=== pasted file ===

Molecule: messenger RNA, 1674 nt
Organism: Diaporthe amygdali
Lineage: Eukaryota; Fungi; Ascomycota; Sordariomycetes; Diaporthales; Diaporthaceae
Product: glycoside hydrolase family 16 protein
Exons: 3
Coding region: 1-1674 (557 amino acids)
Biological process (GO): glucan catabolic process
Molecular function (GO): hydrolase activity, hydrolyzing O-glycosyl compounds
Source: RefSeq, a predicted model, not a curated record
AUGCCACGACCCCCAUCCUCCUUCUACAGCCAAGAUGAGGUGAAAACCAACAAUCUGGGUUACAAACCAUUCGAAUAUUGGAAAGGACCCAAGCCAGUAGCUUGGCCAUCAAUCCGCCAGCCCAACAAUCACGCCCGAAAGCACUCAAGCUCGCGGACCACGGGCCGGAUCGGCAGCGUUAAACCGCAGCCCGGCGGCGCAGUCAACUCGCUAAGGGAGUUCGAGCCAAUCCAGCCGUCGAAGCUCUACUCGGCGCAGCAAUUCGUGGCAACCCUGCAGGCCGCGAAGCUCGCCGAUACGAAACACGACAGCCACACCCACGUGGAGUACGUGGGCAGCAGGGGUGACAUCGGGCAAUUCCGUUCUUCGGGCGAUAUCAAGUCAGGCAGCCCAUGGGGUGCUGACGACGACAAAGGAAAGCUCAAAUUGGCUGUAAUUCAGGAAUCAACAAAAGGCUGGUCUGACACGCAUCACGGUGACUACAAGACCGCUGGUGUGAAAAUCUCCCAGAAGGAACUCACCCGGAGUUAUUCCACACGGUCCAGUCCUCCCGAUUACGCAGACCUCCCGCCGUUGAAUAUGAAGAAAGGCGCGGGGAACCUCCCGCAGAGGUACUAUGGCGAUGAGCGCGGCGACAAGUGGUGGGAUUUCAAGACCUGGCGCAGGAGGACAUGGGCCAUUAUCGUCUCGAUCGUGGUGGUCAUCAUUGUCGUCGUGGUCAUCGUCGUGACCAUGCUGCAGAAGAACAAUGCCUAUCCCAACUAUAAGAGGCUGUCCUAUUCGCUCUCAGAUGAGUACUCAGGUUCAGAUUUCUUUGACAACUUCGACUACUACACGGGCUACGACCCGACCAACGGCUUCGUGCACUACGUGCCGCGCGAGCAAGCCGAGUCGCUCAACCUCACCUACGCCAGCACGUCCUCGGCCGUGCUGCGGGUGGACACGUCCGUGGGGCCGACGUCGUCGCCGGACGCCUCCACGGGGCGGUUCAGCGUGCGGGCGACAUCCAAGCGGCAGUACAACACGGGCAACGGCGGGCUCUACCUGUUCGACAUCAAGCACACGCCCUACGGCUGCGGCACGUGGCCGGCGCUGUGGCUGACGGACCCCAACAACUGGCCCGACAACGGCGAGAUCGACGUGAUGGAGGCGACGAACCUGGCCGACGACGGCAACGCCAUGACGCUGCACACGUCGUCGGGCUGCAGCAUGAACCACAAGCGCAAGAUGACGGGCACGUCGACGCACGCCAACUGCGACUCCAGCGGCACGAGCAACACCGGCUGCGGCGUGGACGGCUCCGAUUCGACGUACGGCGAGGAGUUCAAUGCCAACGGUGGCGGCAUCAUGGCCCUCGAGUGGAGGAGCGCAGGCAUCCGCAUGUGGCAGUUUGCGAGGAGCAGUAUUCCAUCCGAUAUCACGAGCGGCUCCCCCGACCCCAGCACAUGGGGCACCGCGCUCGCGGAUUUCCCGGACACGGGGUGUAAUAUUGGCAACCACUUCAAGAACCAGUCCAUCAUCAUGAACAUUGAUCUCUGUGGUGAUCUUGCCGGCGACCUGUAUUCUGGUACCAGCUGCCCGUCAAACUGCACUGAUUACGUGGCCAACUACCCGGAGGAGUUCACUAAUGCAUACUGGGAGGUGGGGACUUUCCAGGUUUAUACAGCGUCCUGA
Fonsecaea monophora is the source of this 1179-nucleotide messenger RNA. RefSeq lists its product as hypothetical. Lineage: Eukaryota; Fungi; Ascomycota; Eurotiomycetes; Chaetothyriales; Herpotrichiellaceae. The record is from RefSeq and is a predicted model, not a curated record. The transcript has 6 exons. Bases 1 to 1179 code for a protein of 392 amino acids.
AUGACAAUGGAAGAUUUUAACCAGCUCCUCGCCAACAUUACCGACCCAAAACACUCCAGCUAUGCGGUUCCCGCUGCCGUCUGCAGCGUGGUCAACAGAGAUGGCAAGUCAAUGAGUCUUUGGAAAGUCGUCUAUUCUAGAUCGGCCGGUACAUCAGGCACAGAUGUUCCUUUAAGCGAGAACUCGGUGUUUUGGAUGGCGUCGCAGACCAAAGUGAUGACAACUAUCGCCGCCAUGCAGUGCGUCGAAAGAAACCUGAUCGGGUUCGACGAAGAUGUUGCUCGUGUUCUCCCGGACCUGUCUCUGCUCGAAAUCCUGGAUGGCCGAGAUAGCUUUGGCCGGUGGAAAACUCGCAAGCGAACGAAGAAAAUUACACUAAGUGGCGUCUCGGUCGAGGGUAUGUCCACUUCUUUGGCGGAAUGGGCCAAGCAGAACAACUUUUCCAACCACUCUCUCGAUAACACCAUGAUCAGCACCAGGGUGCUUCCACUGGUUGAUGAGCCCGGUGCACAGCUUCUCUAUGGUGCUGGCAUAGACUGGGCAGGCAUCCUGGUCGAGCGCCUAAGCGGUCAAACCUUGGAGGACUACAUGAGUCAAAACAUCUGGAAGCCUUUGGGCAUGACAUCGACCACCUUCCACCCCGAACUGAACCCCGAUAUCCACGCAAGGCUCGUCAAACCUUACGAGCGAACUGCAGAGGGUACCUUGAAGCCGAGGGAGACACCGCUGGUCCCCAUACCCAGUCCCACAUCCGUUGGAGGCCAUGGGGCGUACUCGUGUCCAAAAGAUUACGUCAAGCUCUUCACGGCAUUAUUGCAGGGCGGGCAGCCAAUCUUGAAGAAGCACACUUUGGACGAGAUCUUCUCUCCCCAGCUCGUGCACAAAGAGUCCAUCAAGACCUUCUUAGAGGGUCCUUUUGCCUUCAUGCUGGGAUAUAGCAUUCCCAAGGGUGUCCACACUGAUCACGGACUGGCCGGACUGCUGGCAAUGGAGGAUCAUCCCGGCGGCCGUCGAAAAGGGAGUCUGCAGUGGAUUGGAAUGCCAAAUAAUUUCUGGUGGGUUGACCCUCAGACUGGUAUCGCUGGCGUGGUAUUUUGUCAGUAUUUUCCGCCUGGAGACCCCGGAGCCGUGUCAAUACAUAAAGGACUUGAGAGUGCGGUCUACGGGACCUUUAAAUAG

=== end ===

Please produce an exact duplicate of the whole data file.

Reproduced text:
Molecule: messenger RNA, 1674 nt
Organism: Diaporthe amygdali
Lineage: Eukaryota; Fungi; Ascomycota; Sordariomycetes; Diaporthales; Diaporthaceae
Product: glycoside hydrolase family 16 protein
Exons: 3
Coding region: 1-1674 (557 amino acids)
Biological process (GO): glucan catabolic process
Molecular function (GO): hydrolase activity, hydrolyzing O-glycosyl compounds
Source: RefSeq, a predicted model, not a curated record
AUGCCACGACCCCCAUCCUCCUUCUACAGCCAAGAUGAGGUGAAAACCAACAAUCUGGGUUACAAACCAUUCGAAUAUUGGAAAGGACCCAAGCCAGUAGCUUGGCCAUCAAUCCGCCAGCCCAACAAUCACGCCCGAAAGCACUCAAGCUCGCGGACCACGGGCCGGAUCGGCAGCGUUAAACCGCAGCCCGGCGGCGCAGUCAACUCGCUAAGGGAGUUCGAGCCAAUCCAGCCGUCGAAGCUCUACUCGGCGCAGCAAUUCGUGGCAACCCUGCAGGCCGCGAAGCUCGCCGAUACGAAACACGACAGCCACACCCACGUGGAGUACGUGGGCAGCAGGGGUGACAUCGGGCAAUUCCGUUCUUCGGGCGAUAUCAAGUCAGGCAGCCCAUGGGGUGCUGACGACGACAAAGGAAAGCUCAAAUUGGCUGUAAUUCAGGAAUCAACAAAAGGCUGGUCUGACACGCAUCACGGUGACUACAAGACCGCUGGUGUGAAAAUCUCCCAGAAGGAACUCACCCGGAGUUAUUCCACACGGUCCAGUCCUCCCGAUUACGCAGACCUCCCGCCGUUGAAUAUGAAGAAAGGCGCGGGGAACCUCCCGCAGAGGUACUAUGGCGAUGAGCGCGGCGACAAGUGGUGGGAUUUCAAGACCUGGCGCAGGAGGACAUGGGCCAUUAUCGUCUCGAUCGUGGUGGUCAUCAUUGUCGUCGUGGUCAUCGUCGUGACCAUGCUGCAGAAGAACAAUGCCUAUCCCAACUAUAAGAGGCUGUCCUAUUCGCUCUCAGAUGAGUACUCAGGUUCAGAUUUCUUUGACAACUUCGACUACUACACGGGCUACGACCCGACCAACGGCUUCGUGCACUACGUGCCGCGCGAGCAAGCCGAGUCGCUCAACCUCACCUACGCCAGCACGUCCUCGGCCGUGCUGCGGGUGGACACGUCCGUGGGGCCGACGUCGUCGCCGGACGCCUCCACGGGGCGGUUCAGCGUGCGGGCGACAUCCAAGCGGCAGUACAACACGGGCAACGGCGGGCUCUACCUGUUCGACAUCAAGCACACGCCCUACGGCUGCGGCACGUGGCCGGCGCUGUGGCUGACGGACCCCAACAACUGGCCCGACAACGGCGAGAUCGACGUGAUGGAGGCGACGAACCUGGCCGACGACGGCAACGCCAUGACGCUGCACACGUCGUCGGGCUGCAGCAUGAACCACAAGCGCAAGAUGACGGGCACGUCGACGCACGCCAACUGCGACUCCAGCGGCACGAGCAACACCGGCUGCGGCGUGGACGGCUCCGAUUCGACGUACGGCGAGGAGUUCAAUGCCAACGGUGGCGGCAUCAUGGCCCUCGAGUGGAGGAGCGCAGGCAUCCGCAUGUGGCAGUUUGCGAGGAGCAGUAUUCCAUCCGAUAUCACGAGCGGCUCCCCCGACCCCAGCACAUGGGGCACCGCGCUCGCGGAUUUCCCGGACACGGGGUGUAAUAUUGGCAACCACUUCAAGAACCAGUCCAUCAUCAUGAACAUUGAUCUCUGUGGUGAUCUUGCCGGCGACCUGUAUUCUGGUACCAGCUGCCCGUCAAACUGCACUGAUUACGUGGCCAACUACCCGGAGGAGUUCACUAAUGCAUACUGGGAGGUGGGGACUUUCCAGGUUUAUACAGCGUCCUGA
Fonsecaea monophora is the source of this 1179-nucleotide messenger RNA. RefSeq lists its product as hypothetical. Lineage: Eukaryota; Fungi; Ascomycota; Eurotiomycetes; Chaetothyriales; Herpotrichiellaceae. The record is from RefSeq and is a predicted model, not a curated record. The transcript has 6 exons. Bases 1 to 1179 code for a protein of 392 amino acids.
AUGACAAUGGAAGAUUUUAACCAGCUCCUCGCCAACAUUACCGACCCAAAACACUCCAGCUAUGCGGUUCCCGCUGCCGUCUGCAGCGUGGUCAACAGAGAUGGCAAGUCAAUGAGUCUUUGGAAAGUCGUCUAUUCUAGAUCGGCCGGUACAUCAGGCACAGAUGUUCCUUUAAGCGAGAACUCGGUGUUUUGGAUGGCGUCGCAGACCAAAGUGAUGACAACUAUCGCCGCCAUGCAGUGCGUCGAAAGAAACCUGAUCGGGUUCGACGAAGAUGUUGCUCGUGUUCUCCCGGACCUGUCUCUGCUCGAAAUCCUGGAUGGCCGAGAUAGCUUUGGCCGGUGGAAAACUCGCAAGCGAACGAAGAAAAUUACACUAAGUGGCGUCUCGGUCGAGGGUAUGUCCACUUCUUUGGCGGAAUGGGCCAAGCAGAACAACUUUUCCAACCACUCUCUCGAUAACACCAUGAUCAGCACCAGGGUGCUUCCACUGGUUGAUGAGCCCGGUGCACAGCUUCUCUAUGGUGCUGGCAUAGACUGGGCAGGCAUCCUGGUCGAGCGCCUAAGCGGUCAAACCUUGGAGGACUACAUGAGUCAAAACAUCUGGAAGCCUUUGGGCAUGACAUCGACCACCUUCCACCCCGAACUGAACCCCGAUAUCCACGCAAGGCUCGUCAAACCUUACGAGCGAACUGCAGAGGGUACCUUGAAGCCGAGGGAGACACCGCUGGUCCCCAUACCCAGUCCCACAUCCGUUGGAGGCCAUGGGGCGUACUCGUGUCCAAAAGAUUACGUCAAGCUCUUCACGGCAUUAUUGCAGGGCGGGCAGCCAAUCUUGAAGAAGCACACUUUGGACGAGAUCUUCUCUCCCCAGCUCGUGCACAAAGAGUCCAUCAAGACCUUCUUAGAGGGUCCUUUUGCCUUCAUGCUGGGAUAUAGCAUUCCCAAGGGUGUCCACACUGAUCACGGACUGGCCGGACUGCUGGCAAUGGAGGAUCAUCCCGGCGGCCGUCGAAAAGGGAGUCUGCAGUGGAUUGGAAUGCCAAAUAAUUUCUGGUGGGUUGACCCUCAGACUGGUAUCGCUGGCGUGGUAUUUUGUCAGUAUUUUCCGCCUGGAGACCCCGGAGCCGUGUCAAUACAUAAAGGACUUGAGAGUGCGGUCUACGGGACCUUUAAAUAG